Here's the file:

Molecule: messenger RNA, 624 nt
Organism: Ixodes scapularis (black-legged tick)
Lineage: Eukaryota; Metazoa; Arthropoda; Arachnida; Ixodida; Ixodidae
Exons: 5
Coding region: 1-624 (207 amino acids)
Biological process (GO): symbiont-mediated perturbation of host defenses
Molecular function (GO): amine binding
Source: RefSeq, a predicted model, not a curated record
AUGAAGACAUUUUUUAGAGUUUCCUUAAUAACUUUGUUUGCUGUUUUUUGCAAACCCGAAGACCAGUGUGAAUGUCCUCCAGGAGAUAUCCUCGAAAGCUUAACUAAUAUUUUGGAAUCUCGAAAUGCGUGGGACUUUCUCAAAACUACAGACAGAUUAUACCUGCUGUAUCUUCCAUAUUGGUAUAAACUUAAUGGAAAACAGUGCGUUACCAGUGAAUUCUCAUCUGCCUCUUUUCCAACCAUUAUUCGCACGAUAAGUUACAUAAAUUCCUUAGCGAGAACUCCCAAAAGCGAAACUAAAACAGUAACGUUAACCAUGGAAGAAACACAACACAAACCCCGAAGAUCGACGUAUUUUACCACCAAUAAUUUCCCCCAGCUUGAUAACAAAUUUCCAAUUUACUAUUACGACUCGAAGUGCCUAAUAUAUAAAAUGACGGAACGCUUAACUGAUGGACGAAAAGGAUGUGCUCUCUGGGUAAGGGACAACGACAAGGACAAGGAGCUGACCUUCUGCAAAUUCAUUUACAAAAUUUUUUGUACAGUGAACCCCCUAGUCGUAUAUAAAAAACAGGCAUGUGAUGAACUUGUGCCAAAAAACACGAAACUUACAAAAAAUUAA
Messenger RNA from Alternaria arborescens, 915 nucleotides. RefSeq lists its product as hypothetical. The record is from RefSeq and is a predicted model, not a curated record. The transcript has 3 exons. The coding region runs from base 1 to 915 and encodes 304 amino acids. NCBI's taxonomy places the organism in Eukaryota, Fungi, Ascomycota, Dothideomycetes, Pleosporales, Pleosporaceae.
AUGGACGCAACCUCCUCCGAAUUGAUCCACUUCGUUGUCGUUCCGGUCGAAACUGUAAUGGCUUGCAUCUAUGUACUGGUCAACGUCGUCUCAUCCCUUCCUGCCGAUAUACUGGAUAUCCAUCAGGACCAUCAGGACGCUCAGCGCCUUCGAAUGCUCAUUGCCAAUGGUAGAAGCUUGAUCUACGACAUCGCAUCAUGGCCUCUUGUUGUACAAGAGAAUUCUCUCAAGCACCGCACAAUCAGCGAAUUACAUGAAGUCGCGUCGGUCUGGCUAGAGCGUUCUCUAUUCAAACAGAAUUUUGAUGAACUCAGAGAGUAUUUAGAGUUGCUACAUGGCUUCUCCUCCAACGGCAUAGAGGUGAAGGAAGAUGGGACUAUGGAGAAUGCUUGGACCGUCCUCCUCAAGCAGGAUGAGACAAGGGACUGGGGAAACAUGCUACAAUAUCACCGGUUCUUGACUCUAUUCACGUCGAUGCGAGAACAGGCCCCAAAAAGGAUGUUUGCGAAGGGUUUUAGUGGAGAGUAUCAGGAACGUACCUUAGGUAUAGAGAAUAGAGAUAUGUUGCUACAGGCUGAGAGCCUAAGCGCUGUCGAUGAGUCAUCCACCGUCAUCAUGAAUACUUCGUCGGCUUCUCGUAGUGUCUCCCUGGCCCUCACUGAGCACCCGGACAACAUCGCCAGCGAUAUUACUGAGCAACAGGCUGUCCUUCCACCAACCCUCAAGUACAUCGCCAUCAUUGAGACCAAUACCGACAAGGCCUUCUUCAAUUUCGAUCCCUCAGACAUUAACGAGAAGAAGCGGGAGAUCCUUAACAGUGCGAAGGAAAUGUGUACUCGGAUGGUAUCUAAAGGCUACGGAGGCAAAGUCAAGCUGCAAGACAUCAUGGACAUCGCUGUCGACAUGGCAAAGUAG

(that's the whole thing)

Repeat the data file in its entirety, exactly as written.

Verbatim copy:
Molecule: messenger RNA, 624 nt
Organism: Ixodes scapularis (black-legged tick)
Lineage: Eukaryota; Metazoa; Arthropoda; Arachnida; Ixodida; Ixodidae
Exons: 5
Coding region: 1-624 (207 amino acids)
Biological process (GO): symbiont-mediated perturbation of host defenses
Molecular function (GO): amine binding
Source: RefSeq, a predicted model, not a curated record
AUGAAGACAUUUUUUAGAGUUUCCUUAAUAACUUUGUUUGCUGUUUUUUGCAAACCCGAAGACCAGUGUGAAUGUCCUCCAGGAGAUAUCCUCGAAAGCUUAACUAAUAUUUUGGAAUCUCGAAAUGCGUGGGACUUUCUCAAAACUACAGACAGAUUAUACCUGCUGUAUCUUCCAUAUUGGUAUAAACUUAAUGGAAAACAGUGCGUUACCAGUGAAUUCUCAUCUGCCUCUUUUCCAACCAUUAUUCGCACGAUAAGUUACAUAAAUUCCUUAGCGAGAACUCCCAAAAGCGAAACUAAAACAGUAACGUUAACCAUGGAAGAAACACAACACAAACCCCGAAGAUCGACGUAUUUUACCACCAAUAAUUUCCCCCAGCUUGAUAACAAAUUUCCAAUUUACUAUUACGACUCGAAGUGCCUAAUAUAUAAAAUGACGGAACGCUUAACUGAUGGACGAAAAGGAUGUGCUCUCUGGGUAAGGGACAACGACAAGGACAAGGAGCUGACCUUCUGCAAAUUCAUUUACAAAAUUUUUUGUACAGUGAACCCCCUAGUCGUAUAUAAAAAACAGGCAUGUGAUGAACUUGUGCCAAAAAACACGAAACUUACAAAAAAUUAA
Messenger RNA from Alternaria arborescens, 915 nucleotides. RefSeq lists its product as hypothetical. The record is from RefSeq and is a predicted model, not a curated record. The transcript has 3 exons. The coding region runs from base 1 to 915 and encodes 304 amino acids. NCBI's taxonomy places the organism in Eukaryota, Fungi, Ascomycota, Dothideomycetes, Pleosporales, Pleosporaceae.
AUGGACGCAACCUCCUCCGAAUUGAUCCACUUCGUUGUCGUUCCGGUCGAAACUGUAAUGGCUUGCAUCUAUGUACUGGUCAACGUCGUCUCAUCCCUUCCUGCCGAUAUACUGGAUAUCCAUCAGGACCAUCAGGACGCUCAGCGCCUUCGAAUGCUCAUUGCCAAUGGUAGAAGCUUGAUCUACGACAUCGCAUCAUGGCCUCUUGUUGUACAAGAGAAUUCUCUCAAGCACCGCACAAUCAGCGAAUUACAUGAAGUCGCGUCGGUCUGGCUAGAGCGUUCUCUAUUCAAACAGAAUUUUGAUGAACUCAGAGAGUAUUUAGAGUUGCUACAUGGCUUCUCCUCCAACGGCAUAGAGGUGAAGGAAGAUGGGACUAUGGAGAAUGCUUGGACCGUCCUCCUCAAGCAGGAUGAGACAAGGGACUGGGGAAACAUGCUACAAUAUCACCGGUUCUUGACUCUAUUCACGUCGAUGCGAGAACAGGCCCCAAAAAGGAUGUUUGCGAAGGGUUUUAGUGGAGAGUAUCAGGAACGUACCUUAGGUAUAGAGAAUAGAGAUAUGUUGCUACAGGCUGAGAGCCUAAGCGCUGUCGAUGAGUCAUCCACCGUCAUCAUGAAUACUUCGUCGGCUUCUCGUAGUGUCUCCCUGGCCCUCACUGAGCACCCGGACAACAUCGCCAGCGAUAUUACUGAGCAACAGGCUGUCCUUCCACCAACCCUCAAGUACAUCGCCAUCAUUGAGACCAAUACCGACAAGGCCUUCUUCAAUUUCGAUCCCUCAGACAUUAACGAGAAGAAGCGGGAGAUCCUUAACAGUGCGAAGGAAAUGUGUACUCGGAUGGUAUCUAAAGGCUACGGAGGCAAAGUCAAGCUGCAAGACAUCAUGGACAUCGCUGUCGACAUGGCAAAGUAG